Politics & Policy

Moderate Muslims Stand against ISIS

In new #NotInMyName campaign, British Muslims denounce the Islamic State.

As a Muslim terrorist army continues to ravage Syria and Iraq and behead British and American civilians, it can be difficult to remember that there are millions of moderate Muslims with no ill feeling toward the Western countries. But while the cohort of “moderate Muslims” often seems to exist more in political speeches and punditry than in reality, a group of believers in the United Kingdom are drawing a line between their religion and the Islamic State (also known as ISIS or ISIL).

British Muslims are speaking out in a social-media campaign called #NotInMyName, which aims not only to oppose the Islamic State but to dispel frequent criticisms that Muslim populations stay silent in the face of Islamist terror.


The British organization Active Change Foundation (ACF) launched the campaign with a video called “#NotInMyName: ISIS Does Not Represent British Muslims.” Reasons given by the British citizens include “Because your leader is a liar” and “Because my religion promotes tolerance for women and you have no respect for women.”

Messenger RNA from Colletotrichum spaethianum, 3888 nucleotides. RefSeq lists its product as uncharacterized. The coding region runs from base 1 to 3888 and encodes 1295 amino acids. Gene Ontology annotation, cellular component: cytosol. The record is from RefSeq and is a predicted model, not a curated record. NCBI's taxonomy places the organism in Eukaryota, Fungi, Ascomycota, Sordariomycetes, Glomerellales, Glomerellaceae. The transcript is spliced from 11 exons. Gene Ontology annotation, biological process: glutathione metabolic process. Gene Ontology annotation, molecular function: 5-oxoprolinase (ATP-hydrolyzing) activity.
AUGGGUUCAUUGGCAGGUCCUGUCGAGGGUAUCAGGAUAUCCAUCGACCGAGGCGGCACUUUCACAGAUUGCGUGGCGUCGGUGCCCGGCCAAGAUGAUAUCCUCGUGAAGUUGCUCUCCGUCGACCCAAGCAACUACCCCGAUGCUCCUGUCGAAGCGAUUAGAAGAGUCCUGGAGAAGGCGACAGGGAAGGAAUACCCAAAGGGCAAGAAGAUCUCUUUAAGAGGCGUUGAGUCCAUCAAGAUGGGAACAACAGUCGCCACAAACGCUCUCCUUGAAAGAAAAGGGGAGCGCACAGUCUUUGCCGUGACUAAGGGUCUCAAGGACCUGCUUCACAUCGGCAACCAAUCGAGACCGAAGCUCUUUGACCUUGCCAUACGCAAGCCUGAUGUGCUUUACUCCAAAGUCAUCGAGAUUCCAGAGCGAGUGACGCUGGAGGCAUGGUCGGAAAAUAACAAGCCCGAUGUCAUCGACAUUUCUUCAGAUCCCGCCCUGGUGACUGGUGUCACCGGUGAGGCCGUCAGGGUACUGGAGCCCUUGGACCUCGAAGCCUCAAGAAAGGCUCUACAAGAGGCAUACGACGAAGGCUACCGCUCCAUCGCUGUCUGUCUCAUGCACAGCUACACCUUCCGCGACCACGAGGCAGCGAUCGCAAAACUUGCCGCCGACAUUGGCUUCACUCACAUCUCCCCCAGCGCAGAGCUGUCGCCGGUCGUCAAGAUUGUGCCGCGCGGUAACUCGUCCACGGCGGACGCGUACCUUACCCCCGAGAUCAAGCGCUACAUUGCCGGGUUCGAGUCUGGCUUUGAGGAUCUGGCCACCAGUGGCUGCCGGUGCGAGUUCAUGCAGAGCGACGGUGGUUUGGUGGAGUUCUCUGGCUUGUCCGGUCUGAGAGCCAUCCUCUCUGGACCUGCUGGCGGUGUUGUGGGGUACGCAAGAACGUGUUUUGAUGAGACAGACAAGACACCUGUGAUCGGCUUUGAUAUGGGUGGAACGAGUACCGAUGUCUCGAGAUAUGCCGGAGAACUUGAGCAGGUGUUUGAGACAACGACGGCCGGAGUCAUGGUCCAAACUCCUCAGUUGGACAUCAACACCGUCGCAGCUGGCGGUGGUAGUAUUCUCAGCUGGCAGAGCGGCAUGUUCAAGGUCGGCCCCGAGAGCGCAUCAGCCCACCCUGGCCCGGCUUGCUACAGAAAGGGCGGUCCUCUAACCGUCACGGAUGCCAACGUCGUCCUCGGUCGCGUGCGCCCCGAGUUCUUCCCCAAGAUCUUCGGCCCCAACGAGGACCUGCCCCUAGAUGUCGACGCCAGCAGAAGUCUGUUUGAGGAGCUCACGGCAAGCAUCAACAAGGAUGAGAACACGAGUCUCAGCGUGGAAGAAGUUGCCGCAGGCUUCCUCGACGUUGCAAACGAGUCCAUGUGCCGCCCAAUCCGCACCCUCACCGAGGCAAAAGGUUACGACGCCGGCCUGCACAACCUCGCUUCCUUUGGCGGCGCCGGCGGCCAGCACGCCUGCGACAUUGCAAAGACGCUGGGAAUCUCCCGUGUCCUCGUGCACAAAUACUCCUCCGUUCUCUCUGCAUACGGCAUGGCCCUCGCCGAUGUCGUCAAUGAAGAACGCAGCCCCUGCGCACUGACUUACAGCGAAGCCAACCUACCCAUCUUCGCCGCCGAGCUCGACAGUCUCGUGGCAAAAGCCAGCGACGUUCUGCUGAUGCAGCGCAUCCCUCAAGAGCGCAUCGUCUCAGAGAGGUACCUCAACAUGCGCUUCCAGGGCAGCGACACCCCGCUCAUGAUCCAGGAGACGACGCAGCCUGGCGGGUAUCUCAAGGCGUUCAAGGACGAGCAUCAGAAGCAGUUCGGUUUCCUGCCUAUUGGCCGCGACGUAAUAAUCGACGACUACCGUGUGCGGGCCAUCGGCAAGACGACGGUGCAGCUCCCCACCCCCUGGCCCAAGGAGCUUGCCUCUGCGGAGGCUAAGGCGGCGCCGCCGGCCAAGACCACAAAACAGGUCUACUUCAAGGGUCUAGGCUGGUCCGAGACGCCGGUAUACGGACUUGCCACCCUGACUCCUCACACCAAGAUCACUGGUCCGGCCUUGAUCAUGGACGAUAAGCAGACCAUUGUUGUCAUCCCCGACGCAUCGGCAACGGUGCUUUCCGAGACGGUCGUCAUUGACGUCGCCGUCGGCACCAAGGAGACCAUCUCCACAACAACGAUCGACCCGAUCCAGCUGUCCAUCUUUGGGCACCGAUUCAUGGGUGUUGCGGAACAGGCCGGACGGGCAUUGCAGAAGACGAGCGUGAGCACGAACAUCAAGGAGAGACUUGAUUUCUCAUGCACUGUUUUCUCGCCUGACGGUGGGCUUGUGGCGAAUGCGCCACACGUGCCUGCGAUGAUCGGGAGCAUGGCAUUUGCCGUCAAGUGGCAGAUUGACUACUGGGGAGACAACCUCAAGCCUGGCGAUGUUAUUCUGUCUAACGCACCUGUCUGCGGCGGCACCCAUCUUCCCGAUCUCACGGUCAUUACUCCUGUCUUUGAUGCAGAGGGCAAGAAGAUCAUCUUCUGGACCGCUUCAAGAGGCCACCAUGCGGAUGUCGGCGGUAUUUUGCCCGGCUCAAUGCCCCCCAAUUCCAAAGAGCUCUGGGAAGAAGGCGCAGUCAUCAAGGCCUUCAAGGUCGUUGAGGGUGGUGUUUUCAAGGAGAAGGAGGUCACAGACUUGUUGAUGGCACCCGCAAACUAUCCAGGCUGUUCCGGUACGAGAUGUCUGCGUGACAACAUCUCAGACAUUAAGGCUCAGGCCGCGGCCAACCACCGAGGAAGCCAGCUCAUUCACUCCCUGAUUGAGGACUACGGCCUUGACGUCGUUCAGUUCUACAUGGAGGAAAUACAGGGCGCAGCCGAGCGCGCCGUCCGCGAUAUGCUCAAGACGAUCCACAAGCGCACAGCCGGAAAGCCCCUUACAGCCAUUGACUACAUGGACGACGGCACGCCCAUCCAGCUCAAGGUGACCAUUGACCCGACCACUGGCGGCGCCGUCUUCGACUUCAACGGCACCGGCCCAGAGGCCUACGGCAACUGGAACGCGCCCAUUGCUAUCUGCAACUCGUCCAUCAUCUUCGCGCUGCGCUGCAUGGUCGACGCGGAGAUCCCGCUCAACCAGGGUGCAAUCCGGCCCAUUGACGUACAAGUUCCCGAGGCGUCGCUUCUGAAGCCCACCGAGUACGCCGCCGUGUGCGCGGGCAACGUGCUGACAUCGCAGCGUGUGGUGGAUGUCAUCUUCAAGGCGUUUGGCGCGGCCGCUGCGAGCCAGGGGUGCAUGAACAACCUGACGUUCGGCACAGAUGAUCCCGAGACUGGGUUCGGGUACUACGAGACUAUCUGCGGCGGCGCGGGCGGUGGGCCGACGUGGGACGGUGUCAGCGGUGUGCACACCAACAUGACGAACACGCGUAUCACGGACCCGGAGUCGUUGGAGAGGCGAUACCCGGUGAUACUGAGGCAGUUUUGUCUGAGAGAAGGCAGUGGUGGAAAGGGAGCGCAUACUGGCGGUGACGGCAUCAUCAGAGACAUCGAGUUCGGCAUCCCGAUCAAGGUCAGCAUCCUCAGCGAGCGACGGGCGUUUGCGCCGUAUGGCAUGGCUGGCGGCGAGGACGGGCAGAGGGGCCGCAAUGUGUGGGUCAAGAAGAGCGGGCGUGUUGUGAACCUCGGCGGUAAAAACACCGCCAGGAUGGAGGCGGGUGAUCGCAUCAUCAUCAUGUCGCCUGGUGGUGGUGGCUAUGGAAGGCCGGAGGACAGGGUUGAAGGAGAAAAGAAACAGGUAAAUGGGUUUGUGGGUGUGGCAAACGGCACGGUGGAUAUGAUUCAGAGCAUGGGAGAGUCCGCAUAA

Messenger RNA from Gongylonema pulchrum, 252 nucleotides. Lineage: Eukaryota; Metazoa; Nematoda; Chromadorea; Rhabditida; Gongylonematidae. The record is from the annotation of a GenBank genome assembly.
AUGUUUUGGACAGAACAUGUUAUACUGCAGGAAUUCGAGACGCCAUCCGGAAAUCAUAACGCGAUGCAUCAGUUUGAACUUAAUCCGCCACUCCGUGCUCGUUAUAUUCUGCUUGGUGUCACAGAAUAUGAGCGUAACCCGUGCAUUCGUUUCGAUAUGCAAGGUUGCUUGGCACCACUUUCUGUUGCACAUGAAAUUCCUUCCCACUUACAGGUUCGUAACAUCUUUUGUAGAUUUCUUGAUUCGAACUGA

The #NotInMyName movement is not the first time that Muslims have spoken out against terrorist organizations, though it may feel like it for some people. The Vatican has reported that the secretary general for the Organization of Islamic Cooperation stated that ISIS “has nothing to do with Islam and its principles that call for justice, kindness, fairness, freedom of faith and coexistence.” Egypt’s highest religious authority has also denounced ISIS as a group that violates Sharia and humanitarian law.

These messages were not accompanied with trendy hashtags, so the well-meaning declarations may have fallen on deaf ears. Perhaps if #NotInMyName can spread to the forefront of the 24-hour news cycle, society can focus on its true enemies. In the meantime, American Muslims will have to live with the slight disillusionment that they did not think of this campaign first.  

— Christine Sisto is an editorial associate at National Review Online.


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